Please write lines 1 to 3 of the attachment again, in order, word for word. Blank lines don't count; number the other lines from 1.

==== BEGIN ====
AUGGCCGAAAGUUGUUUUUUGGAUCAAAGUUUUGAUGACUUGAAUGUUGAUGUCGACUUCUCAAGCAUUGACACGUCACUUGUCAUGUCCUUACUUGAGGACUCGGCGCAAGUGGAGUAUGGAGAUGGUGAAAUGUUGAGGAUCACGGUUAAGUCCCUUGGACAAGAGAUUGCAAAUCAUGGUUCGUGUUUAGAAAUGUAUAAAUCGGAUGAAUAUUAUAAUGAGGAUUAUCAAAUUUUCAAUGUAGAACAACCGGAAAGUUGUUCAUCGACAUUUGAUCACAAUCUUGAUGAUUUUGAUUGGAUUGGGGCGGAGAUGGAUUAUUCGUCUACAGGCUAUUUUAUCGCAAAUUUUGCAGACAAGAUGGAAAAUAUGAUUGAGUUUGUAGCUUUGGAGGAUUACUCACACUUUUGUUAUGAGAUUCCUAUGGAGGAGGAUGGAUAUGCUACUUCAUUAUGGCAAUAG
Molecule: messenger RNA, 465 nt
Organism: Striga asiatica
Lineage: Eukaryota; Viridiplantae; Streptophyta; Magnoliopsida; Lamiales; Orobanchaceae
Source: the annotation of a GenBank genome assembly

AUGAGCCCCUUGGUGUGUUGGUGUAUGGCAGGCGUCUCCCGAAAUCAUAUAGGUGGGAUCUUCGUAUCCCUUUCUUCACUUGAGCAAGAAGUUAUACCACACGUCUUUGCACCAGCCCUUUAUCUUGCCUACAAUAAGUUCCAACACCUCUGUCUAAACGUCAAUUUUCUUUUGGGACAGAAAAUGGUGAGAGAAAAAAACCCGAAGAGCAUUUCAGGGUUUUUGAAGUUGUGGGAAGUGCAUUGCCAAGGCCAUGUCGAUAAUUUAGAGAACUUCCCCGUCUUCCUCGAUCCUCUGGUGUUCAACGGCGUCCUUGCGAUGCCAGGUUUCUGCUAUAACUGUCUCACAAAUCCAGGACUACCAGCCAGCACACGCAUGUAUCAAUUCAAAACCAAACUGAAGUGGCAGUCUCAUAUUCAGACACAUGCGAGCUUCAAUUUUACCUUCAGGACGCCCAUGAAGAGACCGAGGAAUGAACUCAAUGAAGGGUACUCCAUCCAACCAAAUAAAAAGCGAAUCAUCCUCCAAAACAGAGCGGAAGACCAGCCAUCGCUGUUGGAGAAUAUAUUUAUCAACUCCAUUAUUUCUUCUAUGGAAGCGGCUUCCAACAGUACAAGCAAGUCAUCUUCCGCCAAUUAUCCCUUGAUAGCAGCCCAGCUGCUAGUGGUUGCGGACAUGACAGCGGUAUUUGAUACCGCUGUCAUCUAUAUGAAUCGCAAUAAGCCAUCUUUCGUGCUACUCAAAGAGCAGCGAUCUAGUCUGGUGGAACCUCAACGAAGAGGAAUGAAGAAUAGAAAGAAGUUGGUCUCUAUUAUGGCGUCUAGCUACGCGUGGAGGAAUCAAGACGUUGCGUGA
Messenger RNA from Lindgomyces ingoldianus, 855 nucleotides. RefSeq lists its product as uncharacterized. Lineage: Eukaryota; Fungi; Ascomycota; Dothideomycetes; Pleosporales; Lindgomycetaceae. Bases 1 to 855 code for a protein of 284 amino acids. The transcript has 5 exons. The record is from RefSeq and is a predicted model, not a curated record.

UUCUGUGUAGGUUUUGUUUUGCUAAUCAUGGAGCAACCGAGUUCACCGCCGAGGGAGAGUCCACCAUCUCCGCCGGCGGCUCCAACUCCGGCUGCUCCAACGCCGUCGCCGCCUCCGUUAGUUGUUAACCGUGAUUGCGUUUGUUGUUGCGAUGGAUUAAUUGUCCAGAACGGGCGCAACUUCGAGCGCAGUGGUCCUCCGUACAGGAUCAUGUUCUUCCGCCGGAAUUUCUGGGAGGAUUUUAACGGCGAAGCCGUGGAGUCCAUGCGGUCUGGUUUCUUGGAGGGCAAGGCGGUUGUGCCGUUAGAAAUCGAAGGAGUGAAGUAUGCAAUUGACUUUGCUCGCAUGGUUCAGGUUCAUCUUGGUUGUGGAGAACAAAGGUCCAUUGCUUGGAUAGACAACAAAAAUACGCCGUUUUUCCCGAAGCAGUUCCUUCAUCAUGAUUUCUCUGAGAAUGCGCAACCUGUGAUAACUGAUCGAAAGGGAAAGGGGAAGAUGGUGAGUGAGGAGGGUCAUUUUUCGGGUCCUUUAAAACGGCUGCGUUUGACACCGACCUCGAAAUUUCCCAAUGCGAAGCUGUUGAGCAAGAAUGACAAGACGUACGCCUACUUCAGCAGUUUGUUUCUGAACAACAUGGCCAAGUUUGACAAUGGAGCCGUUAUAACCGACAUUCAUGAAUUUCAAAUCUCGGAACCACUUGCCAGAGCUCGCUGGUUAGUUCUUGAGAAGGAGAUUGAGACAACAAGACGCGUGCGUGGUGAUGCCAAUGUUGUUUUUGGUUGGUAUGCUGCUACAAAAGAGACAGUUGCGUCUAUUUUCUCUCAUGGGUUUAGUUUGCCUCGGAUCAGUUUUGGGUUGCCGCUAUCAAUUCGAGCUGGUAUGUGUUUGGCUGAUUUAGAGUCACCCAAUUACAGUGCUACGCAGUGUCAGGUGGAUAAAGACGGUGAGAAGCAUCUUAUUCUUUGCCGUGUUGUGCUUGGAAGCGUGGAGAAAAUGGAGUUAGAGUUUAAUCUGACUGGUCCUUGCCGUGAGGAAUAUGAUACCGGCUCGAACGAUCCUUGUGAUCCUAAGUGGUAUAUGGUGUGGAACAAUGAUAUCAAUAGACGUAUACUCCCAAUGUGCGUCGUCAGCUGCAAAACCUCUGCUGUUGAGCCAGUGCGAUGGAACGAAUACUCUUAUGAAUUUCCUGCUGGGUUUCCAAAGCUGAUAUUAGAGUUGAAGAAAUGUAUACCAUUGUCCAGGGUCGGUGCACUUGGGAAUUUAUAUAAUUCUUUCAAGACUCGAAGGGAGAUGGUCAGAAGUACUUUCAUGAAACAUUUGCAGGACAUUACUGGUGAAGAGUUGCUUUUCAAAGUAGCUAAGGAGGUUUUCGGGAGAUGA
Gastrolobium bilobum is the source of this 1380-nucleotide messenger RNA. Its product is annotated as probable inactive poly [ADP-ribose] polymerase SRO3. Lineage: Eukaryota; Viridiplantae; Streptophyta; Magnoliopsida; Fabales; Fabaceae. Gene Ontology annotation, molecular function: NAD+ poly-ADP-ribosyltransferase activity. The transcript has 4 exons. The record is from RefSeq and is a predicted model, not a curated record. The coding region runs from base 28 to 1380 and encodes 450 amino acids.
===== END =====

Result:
AUGGCCGAAAGUUGUUUUUUGGAUCAAAGUUUUGAUGACUUGAAUGUUGAUGUCGACUUCUCAAGCAUUGACACGUCACUUGUCAUGUCCUUACUUGAGGACUCGGCGCAAGUGGAGUAUGGAGAUGGUGAAAUGUUGAGGAUCACGGUUAAGUCCCUUGGACAAGAGAUUGCAAAUCAUGGUUCGUGUUUAGAAAUGUAUAAAUCGGAUGAAUAUUAUAAUGAGGAUUAUCAAAUUUUCAAUGUAGAACAACCGGAAAGUUGUUCAUCGACAUUUGAUCACAAUCUUGAUGAUUUUGAUUGGAUUGGGGCGGAGAUGGAUUAUUCGUCUACAGGCUAUUUUAUCGCAAAUUUUGCAGACAAGAUGGAAAAUAUGAUUGAGUUUGUAGCUUUGGAGGAUUACUCACACUUUUGUUAUGAGAUUCCUAUGGAGGAGGAUGGAUAUGCUACUUCAUUAUGGCAAUAG
Molecule: messenger RNA, 465 nt
Organism: Striga asiatica